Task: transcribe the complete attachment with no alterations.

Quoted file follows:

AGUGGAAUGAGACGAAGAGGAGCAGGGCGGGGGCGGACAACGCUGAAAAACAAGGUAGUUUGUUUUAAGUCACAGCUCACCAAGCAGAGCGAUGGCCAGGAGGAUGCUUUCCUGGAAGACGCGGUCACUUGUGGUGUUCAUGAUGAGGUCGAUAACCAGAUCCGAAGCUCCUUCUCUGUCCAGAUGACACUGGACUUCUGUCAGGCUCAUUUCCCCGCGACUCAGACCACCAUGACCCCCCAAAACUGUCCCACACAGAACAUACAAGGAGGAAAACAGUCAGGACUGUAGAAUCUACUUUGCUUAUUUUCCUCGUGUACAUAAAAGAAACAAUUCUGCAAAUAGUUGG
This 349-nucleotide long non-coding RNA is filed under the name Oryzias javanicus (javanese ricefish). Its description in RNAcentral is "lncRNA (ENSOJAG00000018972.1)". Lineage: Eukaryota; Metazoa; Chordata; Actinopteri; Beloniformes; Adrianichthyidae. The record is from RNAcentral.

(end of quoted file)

AGUGGAAUGAGACGAAGAGGAGCAGGGCGGGGGCGGACAACGCUGAAAAACAAGGUAGUUUGUUUUAAGUCACAGCUCACCAAGCAGAGCGAUGGCCAGGAGGAUGCUUUCCUGGAAGACGCGGUCACUUGUGGUGUUCAUGAUGAGGUCGAUAACCAGAUCCGAAGCUCCUUCUCUGUCCAGAUGACACUGGACUUCUGUCAGGCUCAUUUCCCCGCGACUCAGACCACCAUGACCCCCCAAAACUGUCCCACACAGAACAUACAAGGAGGAAAACAGUCAGGACUGUAGAAUCUACUUUGCUUAUUUUCCUCGUGUACAUAAAAGAAACAAUUCUGCAAAUAGUUGG
This 349-nucleotide long non-coding RNA is filed under the name Oryzias javanicus (javanese ricefish). Its description in RNAcentral is "lncRNA (ENSOJAG00000018972.1)". Lineage: Eukaryota; Metazoa; Chordata; Actinopteri; Beloniformes; Adrianichthyidae. The record is from RNAcentral.